In the epic poem, the great hero Beowulf sets out to kill the supposed demon Grendel, who everyone widely views as one of the most evil beings to walk the Earth. But why, exactly, is Grendel viewed as evil? Some people argue that it is because Grendel kills people. Although that does make sense, in this story, it doesn't. Almost everyone in this story kills people.
The image of the serpent is linked to Satan and the dragon in Revelation 12:9 9And the great dragon was thrown down, that ancient serpent, who is called the devil and Satan, the deceiver of the whole world he was thrown down to the earth, and his angels were thrown down with him. (Bible.com) The serpent as the devil is clearest when Satan appears before Christ tempting him, with things of the world if Christ will worship Satan. This example encompasses all the previous depictions of the serpent as evil and personifies that evil as Satan. Each piece of the theme of the serpent as evil over laps to a degree; temptation, forbidden knowledge, sin, false idols, and the devil, each of these visit and revisit the serpent as evil. This repetition cements the serpent as evil from a Christian perspective.
In Frankenstein, Victor continually refers to his creation as ‘vile wrench’, ‘abhorred devil’. This uses of epithet illustrate his immediate repulsion towards the creature and his recklessness towards conformity of life he has bestowed. Despite this, the creature gladly desires Victor’s acknowledgement on his behalf - ‘Remember that I am thy creature; I ought to be thy Adam; but I am rather the fallen angel, whom thou drivest from joy for no misdeed’. Juxtaposition between two biblical allusion, ‘Adam’ and ‘fallen angel’ suggests us the contrast in Victor and God. In Bible, Adam was the first male with gifted creation from the God’, but the creature rather refers himself more of ‘fallen angel’, ‘devil’ who plunges the eternal war against God.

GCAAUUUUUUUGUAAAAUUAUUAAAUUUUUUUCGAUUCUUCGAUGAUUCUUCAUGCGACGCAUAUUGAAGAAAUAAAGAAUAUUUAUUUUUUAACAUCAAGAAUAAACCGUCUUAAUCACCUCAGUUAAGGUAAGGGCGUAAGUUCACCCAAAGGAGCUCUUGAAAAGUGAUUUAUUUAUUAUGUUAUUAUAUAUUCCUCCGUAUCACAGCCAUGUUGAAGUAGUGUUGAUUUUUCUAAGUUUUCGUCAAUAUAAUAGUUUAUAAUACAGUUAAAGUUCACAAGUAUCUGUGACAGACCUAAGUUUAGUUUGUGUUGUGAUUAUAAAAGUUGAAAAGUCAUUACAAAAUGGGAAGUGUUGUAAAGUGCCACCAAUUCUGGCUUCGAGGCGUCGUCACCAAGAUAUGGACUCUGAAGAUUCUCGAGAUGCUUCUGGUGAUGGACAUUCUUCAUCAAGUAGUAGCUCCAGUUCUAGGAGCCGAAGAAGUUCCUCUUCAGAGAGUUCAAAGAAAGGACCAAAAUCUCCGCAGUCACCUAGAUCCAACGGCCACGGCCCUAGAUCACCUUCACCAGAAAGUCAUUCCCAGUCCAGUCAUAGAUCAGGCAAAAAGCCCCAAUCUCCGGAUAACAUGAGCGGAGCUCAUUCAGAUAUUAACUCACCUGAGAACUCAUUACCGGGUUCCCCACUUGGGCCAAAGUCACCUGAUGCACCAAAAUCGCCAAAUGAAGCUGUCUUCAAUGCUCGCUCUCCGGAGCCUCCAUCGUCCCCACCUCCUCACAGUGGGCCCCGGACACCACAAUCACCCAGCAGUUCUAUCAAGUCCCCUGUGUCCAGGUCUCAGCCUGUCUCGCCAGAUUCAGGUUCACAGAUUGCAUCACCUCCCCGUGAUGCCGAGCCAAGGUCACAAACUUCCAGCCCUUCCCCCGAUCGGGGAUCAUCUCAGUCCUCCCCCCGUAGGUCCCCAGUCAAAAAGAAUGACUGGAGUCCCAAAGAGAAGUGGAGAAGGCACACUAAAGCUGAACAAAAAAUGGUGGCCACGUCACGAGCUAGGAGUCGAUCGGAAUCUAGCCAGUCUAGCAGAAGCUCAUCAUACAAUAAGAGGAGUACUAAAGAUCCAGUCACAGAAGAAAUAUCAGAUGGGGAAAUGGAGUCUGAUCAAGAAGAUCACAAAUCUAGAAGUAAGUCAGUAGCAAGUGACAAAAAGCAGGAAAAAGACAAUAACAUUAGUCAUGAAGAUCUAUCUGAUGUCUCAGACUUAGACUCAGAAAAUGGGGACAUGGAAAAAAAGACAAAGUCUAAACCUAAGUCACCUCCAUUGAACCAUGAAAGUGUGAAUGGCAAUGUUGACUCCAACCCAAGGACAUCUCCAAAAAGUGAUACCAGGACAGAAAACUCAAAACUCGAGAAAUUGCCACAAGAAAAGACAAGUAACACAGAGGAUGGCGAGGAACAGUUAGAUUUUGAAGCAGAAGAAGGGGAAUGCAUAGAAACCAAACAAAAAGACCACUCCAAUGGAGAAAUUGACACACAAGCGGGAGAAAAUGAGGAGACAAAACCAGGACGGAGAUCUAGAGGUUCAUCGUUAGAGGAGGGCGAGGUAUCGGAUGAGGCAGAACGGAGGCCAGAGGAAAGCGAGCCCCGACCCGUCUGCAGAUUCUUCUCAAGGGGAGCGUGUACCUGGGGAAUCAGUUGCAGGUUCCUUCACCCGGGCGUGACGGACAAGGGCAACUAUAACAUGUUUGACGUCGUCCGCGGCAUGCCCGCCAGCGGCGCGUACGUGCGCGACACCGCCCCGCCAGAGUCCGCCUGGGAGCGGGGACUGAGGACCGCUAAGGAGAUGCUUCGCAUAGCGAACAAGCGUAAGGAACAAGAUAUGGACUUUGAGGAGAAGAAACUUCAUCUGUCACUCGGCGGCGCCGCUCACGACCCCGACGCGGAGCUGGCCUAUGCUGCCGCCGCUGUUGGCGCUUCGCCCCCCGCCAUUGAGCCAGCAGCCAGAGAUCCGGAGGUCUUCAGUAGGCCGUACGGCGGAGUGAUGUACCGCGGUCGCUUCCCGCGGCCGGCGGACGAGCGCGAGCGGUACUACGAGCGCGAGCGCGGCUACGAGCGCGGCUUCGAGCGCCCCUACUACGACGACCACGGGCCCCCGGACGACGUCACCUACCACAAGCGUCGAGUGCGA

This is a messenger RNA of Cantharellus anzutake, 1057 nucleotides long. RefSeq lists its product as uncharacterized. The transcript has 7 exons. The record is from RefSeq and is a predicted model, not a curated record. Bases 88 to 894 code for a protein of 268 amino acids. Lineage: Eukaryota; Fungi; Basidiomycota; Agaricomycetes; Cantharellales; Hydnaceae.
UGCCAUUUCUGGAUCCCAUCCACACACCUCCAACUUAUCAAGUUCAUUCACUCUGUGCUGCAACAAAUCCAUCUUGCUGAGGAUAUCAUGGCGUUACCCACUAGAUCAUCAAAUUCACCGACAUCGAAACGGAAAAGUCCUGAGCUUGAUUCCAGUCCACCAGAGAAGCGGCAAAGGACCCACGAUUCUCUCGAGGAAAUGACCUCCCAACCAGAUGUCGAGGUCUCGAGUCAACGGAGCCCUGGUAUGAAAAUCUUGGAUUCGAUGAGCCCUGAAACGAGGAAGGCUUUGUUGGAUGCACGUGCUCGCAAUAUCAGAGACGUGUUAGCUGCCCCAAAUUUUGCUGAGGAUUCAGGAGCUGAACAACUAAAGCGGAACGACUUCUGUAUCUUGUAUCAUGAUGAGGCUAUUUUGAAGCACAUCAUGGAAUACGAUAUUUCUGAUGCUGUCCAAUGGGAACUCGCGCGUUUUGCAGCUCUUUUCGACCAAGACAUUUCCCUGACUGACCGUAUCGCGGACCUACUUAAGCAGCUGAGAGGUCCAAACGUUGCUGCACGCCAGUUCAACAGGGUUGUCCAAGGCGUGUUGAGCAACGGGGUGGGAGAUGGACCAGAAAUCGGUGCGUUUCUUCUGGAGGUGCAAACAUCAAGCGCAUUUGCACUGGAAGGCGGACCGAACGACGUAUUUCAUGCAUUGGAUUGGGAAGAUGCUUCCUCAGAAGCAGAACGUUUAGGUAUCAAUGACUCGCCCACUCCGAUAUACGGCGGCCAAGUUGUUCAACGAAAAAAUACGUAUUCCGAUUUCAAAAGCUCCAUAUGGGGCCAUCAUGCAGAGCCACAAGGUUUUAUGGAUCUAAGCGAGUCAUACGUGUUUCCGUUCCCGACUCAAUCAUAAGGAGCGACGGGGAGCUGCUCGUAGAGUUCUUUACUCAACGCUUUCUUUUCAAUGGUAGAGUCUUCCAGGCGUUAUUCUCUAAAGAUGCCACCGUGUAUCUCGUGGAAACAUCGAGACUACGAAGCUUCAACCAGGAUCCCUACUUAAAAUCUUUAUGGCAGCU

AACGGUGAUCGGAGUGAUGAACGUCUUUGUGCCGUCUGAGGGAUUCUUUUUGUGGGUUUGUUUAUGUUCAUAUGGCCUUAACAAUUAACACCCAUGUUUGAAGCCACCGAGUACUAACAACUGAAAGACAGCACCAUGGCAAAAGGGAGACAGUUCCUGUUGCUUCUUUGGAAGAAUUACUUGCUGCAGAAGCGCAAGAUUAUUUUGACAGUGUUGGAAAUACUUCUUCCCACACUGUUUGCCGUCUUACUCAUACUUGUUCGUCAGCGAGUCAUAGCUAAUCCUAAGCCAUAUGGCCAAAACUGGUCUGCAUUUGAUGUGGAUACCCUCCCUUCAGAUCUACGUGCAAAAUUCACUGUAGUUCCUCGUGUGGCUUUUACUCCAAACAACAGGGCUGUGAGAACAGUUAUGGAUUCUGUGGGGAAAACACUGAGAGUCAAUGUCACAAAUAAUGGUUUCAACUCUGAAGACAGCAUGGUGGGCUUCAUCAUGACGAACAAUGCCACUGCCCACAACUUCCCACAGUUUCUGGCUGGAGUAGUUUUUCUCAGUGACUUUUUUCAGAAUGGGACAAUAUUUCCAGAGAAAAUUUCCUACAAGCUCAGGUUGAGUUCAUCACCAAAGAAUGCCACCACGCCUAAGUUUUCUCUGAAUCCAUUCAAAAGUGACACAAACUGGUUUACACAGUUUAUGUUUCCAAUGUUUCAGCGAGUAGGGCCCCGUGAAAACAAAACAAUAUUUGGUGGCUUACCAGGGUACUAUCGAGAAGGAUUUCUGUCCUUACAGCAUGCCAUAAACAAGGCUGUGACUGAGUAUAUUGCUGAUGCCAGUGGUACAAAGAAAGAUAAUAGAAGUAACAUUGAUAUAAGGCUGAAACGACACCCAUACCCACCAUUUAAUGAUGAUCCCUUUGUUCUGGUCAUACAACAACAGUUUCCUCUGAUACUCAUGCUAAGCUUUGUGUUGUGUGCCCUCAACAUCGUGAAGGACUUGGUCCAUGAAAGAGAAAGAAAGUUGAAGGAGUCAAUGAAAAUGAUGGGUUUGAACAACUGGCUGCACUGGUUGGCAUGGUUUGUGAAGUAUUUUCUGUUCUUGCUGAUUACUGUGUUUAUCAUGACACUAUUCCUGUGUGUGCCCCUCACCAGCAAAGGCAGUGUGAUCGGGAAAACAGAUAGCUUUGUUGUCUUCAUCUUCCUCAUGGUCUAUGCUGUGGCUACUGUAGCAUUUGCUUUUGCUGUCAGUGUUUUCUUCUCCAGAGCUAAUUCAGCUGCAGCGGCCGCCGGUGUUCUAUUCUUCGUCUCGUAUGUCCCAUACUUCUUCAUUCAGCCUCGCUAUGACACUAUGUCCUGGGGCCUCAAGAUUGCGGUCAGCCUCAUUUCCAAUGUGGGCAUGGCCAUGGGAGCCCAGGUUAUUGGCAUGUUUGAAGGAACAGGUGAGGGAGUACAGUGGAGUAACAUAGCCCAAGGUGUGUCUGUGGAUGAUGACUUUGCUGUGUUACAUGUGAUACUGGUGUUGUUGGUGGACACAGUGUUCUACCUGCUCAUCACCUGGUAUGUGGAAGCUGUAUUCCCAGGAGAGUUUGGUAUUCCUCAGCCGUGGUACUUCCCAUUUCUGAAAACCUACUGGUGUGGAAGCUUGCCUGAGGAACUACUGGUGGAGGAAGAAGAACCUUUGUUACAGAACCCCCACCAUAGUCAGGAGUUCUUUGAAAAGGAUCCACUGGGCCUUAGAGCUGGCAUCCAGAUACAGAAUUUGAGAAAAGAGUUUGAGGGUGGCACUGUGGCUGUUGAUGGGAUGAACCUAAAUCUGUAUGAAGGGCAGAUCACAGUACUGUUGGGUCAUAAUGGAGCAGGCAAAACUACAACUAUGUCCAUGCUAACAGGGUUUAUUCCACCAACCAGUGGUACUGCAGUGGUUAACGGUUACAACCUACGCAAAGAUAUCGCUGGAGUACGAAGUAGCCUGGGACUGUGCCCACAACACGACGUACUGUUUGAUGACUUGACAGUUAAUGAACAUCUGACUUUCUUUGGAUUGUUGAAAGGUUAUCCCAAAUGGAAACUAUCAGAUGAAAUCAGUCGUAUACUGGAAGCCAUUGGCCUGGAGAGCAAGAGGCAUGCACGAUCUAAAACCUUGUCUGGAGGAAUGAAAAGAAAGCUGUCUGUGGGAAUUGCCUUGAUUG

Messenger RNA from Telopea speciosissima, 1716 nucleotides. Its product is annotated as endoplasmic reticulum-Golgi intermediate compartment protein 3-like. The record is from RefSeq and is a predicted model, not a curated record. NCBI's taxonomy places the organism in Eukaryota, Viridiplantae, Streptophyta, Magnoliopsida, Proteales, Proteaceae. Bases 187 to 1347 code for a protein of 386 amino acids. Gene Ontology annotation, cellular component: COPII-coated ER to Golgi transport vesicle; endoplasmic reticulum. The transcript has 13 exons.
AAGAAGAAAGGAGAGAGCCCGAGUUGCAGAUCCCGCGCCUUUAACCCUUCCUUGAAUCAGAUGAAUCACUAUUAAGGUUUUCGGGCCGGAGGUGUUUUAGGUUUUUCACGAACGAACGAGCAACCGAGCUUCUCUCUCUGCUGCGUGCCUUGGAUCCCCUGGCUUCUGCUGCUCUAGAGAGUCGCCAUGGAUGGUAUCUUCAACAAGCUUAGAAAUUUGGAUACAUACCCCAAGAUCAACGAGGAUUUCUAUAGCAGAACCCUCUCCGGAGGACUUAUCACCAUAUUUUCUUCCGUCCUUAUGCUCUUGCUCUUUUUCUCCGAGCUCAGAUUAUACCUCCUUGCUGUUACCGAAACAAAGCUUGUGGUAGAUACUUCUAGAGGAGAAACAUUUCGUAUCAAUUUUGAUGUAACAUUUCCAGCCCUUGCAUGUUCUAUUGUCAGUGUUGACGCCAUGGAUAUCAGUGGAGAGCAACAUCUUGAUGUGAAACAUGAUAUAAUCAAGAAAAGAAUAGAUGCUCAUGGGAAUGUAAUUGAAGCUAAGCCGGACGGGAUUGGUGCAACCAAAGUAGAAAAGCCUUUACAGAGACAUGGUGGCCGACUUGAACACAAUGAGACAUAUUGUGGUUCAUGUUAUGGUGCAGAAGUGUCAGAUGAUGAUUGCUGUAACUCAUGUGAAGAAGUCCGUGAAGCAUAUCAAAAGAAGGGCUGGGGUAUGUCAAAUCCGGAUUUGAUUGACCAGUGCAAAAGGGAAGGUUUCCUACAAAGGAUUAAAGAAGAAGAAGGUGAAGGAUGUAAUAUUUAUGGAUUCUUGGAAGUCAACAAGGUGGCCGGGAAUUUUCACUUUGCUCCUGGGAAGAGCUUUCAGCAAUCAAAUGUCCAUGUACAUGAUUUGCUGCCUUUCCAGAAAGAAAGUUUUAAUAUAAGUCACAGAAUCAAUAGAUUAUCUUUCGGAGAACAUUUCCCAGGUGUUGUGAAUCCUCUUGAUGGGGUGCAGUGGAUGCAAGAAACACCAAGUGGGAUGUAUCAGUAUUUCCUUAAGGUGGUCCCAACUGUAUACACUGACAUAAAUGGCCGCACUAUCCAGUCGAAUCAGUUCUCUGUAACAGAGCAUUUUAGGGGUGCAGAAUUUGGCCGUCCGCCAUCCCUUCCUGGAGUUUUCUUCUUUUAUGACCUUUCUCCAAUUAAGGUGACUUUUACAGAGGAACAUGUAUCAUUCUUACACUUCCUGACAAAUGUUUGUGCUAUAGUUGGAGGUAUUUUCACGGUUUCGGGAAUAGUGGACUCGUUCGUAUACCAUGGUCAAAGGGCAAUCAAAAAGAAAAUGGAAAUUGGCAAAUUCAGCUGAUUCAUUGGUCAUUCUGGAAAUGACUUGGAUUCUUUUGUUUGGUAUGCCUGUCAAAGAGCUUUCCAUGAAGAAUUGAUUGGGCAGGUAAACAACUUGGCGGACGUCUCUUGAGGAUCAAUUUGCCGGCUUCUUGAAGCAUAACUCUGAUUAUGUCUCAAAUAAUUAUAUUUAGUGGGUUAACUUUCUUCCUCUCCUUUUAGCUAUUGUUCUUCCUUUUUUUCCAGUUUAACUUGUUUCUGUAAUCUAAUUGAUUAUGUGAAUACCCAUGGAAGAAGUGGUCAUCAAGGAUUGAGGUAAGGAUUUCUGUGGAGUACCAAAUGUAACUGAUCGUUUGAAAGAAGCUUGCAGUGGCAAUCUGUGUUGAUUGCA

The black man is a symbol of Satan in this book, he is brought up by Hester. Hester thinks that the scarlet "A" is the black mans mark. She notices this on Dimmesdale's chest, he symbolically is always touching his hand to his chest right where the letter is branded onto his skin. By bringing satan into the story he brings up a point if humans are born evil. The black man likes to hang out in the woods leaving him to be even more judged as satan because the forest is unknown and evil.
As he said that in fact evil comes from angels and human beings who chose deliberately to deny and disobey what God had taught them, by turning away from him and what he had wished for mankind. Augustine believed that every human being was an offshoot of Adam and hence that every single person in the world is guilty of evil, this is as it was Adam who committed ultimate sin in the Garden of Eden. Augustine believed very strongly that evil should be punished. Therefore it was Augustine’s theodicy that said that natural evil in the world is a fitting punishment for moral wickedness. He strongly believed that evil is solely a result of human rebellion.